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I didn't sell my car before I left to travel the world. I kept it in my mom's garage with strict orders to run it every once in a while and to have my sister drive it whenever she came by. Of course, when I came home, 15 months later, it was completely dead. I suppose I could have sold it before I left, but my original plan involved coming home after nine months to road trip around the US. That was before I fell in love with Asia and stayed months longer than planned....

On July 4, 2007, at the Nathan's Famous Hot Dog Eating Contest, Joey Chestnut ate 66 hot dogs to Takeru Kobayashi's 63. It was a historic feat: no one had ever out-eaten 6-time champion Kobayashi in hot dogs and some speculated that no one ever would. That day, Joey Chestnut did the impossible. He out-ate the man who couldn't be out-eaten. He brought the victory back to America. I watched this all go down that morning on the TV set in my parents' living room, wishing I was there, in person, to witness that historic event. Most people may think of fireworks...

It was in bar in Sevilla, Spain, many years ago now, when a fellow backpacker asked me what I liked most about traveling. I paused for a moment before saying, "When you're home and wake up the first thing you think is, 'what do I have to do today?' But when traveling you think, 'what do I want to do today?'" I've been home "for good" from traveling for over 8 months now and my life has become a list of have tos. I have to clean before guests come over. I have to do dishes before the entire place starts...

Last year I went to TBEX Dublin and left with more inspiration, more motivation, to take my blog where I wanted it to go than I had ever had before. And then my laptop got stolen a week later and I couldn't do anything for nearly two months. This year I went to TBEX Athens and left with more inspiration, more motivation, to take my blog where I wanted it to go than I had ever had before. And then I came home a few days later and threw myself into jet lag and my new old job....

Athens, Greece, is one of those cities, like Santiago, where most people only spend a night, maybe two, or skip it altogether, and say it's not worth going. They say it's just another big city, they say it's boring or dangerous or lame. It's one of those cities people write off. I had a week to spend in Athens and everyone asked why I was going. And then everyone asked if I was going to the islands. For a conference. And no....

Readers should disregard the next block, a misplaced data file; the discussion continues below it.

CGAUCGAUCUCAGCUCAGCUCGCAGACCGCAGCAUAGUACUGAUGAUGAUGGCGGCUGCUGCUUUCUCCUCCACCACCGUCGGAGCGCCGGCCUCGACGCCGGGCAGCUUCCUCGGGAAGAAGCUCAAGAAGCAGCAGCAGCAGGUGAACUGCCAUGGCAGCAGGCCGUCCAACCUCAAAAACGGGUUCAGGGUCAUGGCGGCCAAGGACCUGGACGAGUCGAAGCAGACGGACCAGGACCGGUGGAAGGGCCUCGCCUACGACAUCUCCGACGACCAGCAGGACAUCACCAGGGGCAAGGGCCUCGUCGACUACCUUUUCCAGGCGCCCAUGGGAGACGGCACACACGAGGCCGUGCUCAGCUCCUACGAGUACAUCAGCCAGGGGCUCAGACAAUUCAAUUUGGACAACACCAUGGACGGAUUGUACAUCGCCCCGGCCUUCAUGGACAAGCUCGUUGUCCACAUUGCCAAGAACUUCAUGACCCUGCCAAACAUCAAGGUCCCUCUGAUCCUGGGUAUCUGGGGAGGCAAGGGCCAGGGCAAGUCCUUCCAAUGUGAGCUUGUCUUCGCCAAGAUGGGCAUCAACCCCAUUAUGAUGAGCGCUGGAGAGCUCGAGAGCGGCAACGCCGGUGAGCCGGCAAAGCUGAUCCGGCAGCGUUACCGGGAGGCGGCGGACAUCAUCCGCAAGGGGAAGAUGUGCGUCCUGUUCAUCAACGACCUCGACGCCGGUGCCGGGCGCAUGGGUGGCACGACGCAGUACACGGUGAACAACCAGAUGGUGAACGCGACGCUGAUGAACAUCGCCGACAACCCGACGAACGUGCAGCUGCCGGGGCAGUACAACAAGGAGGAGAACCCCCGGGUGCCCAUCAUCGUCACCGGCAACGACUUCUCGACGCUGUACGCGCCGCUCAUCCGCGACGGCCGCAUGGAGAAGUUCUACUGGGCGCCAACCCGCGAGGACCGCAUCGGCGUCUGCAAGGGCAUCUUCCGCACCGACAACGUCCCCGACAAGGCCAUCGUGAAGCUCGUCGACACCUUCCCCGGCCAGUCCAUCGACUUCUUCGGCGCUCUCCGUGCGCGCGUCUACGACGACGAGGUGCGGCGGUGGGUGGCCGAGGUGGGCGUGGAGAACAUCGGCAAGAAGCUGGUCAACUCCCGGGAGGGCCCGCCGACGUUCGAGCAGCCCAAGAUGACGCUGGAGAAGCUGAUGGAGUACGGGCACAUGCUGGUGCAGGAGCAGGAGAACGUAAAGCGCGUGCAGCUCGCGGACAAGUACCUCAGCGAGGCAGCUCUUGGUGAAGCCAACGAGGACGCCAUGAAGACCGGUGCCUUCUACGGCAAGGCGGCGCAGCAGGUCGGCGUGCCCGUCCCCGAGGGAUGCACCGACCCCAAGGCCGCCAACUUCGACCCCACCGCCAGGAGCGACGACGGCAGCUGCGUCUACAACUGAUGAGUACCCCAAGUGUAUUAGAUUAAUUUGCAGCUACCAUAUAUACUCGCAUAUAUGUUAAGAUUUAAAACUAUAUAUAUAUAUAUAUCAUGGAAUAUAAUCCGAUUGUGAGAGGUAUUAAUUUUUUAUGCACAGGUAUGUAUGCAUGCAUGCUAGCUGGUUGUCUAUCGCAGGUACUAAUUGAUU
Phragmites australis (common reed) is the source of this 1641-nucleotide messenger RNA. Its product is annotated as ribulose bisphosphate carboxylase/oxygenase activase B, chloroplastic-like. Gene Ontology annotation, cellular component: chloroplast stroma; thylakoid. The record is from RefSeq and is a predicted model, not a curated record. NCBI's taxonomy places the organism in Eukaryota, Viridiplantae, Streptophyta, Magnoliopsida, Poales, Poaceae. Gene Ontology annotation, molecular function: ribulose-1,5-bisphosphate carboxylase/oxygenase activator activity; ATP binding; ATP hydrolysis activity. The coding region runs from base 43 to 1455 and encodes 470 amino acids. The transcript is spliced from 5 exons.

In my travel plan, that one I made in June and almost immediately abandoned, I had thought to return to Spain after three months in South America. I wanted to spend some time there. At least a month, hopefully three, longer if that damned visa didn't exist. I first went to Spain in 2011, a month into what turned into my 15-month, or three year, depending on how you look at it, 'round the world trip. Spain was a turning point. ...

"Santiago is just another big city." That's what everyone would tell me when they said they went for just a night or two before moving on or skipped it altogether. "It's just another big city," they'd say. "It's boring," they'd say. But I had already decided that Santiago would be where I'd spend my last ten days in Chile, in South America. I was nervous. People made me nervous. Everyone had me thinking that I was making the wrong choice. Maybe I should have decided to spend more time in Valle de Elqui. Maybe I should have decided to go down south....

Every time I was buzzed into my hostel in Valparaiso, Chile, the woman at the front desk would ask me, "A dónde fuiste?": "Where did you go?" "Solo caminar," I'd say. "Just for a walk."* Because that's what I did in Valparaiso: I walked. I walked on my own. I walked on an official walking tour. I walked on an unofficial, impromptu, walking tour with my hostelmates. I walked. Valparaiso is a walking city, and there's one thing to see while walking: The street art. The street art in Valparaiso, Chile, covers most of the edifices, every inch of blank space. Around every corner...

I was taking the photos above when a man tapped my shoulder and pointed across the plaza. A parade of people were walking by, clapping, singing, followed by three cars decorated in orange balloons. I moved away to be closer and, as they walked by, saw that the first of the cars was carrying a coffin. A funeral procession was leading its way through Plaza de Armas. The parade stopped in front of the sculpture I had just been taking photos of. The cars stopped. People gathered around to remove the coffin and set it up. ...

By the time I reached La Serena, Chile, I was feeling a little burnt out. In Bolivia I had traveled a little quicker than I like to. I saw a lot of places, amazing places, but no where I could stay for more than a few days. So I moved. A lot. I meant to stay just one night in La Serena and use it as a jumping point to explore the Valle de Elqui region of Chile. But I just didn't feel like getting on more buses. So I stayed in La Serena for three nights. And I took just...